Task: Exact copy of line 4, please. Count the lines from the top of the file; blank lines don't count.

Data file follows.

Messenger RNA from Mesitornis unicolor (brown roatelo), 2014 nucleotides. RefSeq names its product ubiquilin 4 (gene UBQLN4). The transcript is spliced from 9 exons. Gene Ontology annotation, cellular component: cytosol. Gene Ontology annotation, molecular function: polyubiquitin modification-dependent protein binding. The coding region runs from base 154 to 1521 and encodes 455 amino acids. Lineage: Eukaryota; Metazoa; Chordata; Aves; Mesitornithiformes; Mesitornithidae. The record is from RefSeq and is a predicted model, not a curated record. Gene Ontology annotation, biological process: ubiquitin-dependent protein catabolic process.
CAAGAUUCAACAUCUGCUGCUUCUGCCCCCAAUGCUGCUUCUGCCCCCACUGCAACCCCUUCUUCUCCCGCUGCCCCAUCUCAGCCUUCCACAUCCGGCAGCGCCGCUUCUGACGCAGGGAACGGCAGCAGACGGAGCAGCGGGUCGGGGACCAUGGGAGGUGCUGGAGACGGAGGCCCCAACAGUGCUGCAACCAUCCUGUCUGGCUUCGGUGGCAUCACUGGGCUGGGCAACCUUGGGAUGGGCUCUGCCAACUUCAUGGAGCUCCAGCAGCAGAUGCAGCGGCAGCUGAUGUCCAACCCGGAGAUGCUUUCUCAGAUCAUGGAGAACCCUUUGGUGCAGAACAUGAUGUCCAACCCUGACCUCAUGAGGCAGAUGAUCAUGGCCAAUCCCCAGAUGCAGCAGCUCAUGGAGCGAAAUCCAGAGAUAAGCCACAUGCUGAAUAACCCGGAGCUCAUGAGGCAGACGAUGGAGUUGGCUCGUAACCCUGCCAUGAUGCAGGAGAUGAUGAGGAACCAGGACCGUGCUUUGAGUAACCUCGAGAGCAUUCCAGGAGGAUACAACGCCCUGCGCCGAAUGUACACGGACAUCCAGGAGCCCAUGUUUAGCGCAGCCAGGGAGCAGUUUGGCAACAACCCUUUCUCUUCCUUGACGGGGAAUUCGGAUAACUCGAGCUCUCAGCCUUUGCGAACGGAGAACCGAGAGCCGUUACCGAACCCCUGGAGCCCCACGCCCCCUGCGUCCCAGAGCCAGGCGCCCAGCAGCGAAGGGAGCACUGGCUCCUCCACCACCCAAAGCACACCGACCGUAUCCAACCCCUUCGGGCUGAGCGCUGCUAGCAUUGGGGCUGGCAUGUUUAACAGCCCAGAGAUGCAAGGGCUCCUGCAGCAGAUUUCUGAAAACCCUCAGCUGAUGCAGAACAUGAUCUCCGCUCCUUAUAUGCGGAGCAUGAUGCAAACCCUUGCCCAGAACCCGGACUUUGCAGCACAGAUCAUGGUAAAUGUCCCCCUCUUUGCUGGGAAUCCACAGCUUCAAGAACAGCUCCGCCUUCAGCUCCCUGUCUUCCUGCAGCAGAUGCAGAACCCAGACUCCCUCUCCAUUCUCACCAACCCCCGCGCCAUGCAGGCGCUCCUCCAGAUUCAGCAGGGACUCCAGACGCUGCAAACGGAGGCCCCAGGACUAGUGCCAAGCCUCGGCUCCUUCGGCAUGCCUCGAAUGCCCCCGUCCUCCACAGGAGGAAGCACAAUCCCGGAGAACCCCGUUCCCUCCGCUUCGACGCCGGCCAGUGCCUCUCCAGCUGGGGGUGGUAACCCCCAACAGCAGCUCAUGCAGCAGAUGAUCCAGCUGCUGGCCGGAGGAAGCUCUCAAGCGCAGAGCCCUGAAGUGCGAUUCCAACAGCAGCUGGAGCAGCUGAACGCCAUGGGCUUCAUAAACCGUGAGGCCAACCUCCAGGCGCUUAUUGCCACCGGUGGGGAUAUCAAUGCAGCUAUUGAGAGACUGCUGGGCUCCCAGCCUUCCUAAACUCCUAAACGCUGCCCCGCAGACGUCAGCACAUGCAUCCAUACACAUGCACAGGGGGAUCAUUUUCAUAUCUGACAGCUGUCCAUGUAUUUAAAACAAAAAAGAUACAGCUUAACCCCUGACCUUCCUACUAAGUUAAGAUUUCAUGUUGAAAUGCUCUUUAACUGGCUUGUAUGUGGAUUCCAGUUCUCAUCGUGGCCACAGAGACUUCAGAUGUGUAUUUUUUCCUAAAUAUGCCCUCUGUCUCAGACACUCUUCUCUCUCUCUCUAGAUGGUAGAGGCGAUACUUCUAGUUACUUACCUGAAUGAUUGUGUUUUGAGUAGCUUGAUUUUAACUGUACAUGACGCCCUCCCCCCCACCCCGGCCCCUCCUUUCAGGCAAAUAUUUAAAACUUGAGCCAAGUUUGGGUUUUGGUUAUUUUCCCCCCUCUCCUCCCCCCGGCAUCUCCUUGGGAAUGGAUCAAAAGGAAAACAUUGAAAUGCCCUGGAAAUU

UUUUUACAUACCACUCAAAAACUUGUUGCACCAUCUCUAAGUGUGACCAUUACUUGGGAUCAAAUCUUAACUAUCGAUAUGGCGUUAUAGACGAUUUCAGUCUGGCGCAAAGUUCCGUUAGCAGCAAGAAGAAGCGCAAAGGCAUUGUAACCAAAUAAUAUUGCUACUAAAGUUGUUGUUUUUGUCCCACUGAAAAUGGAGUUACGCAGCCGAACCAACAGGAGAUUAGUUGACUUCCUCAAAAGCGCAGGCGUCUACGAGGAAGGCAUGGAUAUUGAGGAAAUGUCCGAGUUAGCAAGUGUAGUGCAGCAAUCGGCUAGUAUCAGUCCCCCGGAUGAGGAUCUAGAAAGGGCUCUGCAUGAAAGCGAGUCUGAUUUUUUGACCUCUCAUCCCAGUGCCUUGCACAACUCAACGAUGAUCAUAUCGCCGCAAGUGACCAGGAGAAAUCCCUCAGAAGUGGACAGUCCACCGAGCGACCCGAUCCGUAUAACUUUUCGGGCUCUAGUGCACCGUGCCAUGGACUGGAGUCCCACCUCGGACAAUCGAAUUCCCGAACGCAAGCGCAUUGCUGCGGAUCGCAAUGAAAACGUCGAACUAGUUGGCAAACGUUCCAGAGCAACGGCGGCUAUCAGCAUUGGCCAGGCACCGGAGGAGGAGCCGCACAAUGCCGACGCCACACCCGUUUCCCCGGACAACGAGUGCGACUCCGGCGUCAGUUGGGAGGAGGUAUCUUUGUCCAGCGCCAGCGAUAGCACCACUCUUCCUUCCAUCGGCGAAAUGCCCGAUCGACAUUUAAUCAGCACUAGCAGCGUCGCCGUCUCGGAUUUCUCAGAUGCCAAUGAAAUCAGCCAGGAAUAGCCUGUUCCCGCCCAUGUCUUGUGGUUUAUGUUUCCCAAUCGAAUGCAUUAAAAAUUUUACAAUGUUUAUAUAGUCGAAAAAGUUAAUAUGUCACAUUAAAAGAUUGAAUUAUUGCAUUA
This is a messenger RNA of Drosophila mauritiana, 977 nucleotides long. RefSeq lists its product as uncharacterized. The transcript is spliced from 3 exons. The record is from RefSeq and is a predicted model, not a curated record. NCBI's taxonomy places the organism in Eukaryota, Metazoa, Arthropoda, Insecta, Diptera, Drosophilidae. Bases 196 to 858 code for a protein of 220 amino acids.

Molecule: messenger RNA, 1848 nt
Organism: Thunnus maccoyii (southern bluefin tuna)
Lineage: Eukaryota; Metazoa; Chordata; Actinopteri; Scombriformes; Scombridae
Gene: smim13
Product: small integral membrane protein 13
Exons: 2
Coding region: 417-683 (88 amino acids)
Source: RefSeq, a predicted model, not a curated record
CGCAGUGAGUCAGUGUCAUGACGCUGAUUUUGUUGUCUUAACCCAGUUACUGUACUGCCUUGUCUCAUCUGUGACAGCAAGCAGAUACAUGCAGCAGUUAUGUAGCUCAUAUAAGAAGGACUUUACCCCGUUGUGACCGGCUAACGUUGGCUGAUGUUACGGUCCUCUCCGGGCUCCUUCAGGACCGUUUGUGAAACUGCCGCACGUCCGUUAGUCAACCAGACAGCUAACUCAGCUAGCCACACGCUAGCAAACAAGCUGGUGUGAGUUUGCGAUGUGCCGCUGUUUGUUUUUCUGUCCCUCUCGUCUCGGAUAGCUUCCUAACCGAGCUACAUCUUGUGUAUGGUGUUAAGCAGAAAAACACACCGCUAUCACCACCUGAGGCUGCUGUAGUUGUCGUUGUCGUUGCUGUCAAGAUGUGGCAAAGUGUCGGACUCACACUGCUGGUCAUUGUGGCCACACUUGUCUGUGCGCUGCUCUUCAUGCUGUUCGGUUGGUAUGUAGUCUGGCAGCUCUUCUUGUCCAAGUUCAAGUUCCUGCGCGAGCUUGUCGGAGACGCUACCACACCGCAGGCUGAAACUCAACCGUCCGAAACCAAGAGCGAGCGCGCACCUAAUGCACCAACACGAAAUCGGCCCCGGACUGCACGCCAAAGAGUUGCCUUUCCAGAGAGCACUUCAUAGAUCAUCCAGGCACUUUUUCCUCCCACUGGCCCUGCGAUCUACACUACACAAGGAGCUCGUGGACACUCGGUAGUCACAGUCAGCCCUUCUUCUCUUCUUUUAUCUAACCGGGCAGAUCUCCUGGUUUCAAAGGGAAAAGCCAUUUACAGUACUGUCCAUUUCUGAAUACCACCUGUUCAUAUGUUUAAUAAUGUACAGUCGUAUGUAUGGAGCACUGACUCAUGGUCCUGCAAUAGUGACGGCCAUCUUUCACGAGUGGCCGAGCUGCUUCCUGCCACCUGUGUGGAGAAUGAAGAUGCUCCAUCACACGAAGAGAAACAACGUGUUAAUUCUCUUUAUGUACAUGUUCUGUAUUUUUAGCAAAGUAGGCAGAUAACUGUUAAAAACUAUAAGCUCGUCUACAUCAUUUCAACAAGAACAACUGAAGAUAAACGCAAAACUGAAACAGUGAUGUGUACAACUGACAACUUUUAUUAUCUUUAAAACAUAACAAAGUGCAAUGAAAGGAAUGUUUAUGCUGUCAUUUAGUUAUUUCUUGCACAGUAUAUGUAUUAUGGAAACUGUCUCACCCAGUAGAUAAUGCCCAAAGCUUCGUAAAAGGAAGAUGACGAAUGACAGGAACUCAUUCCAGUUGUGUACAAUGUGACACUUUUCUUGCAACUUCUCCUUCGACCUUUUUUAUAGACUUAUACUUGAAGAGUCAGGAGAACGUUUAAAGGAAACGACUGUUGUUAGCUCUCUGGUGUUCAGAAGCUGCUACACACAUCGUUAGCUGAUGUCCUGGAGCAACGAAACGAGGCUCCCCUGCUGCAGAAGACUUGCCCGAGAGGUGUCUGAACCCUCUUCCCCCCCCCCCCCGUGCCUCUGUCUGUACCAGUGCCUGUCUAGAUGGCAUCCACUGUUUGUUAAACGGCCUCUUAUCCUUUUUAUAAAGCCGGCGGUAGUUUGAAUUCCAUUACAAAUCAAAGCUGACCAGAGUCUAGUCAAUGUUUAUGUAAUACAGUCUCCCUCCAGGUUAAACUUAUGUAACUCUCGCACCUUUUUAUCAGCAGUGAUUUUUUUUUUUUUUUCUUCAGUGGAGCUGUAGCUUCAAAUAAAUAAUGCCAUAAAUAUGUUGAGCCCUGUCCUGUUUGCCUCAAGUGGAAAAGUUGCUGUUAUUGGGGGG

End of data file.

This is a messenger RNA of Drosophila mauritiana, 977 nucleotides long. RefSeq lists its product as uncharacterized. The transcript is spliced from 3 exons. The record is from RefSeq and is a predicted model, not a curated record. NCBI's taxonomy places the organism in Eukaryota, Metazoa, Arthropoda, Insecta, Diptera, Drosophilidae. Bases 196 to 858 code for a protein of 220 amino acids.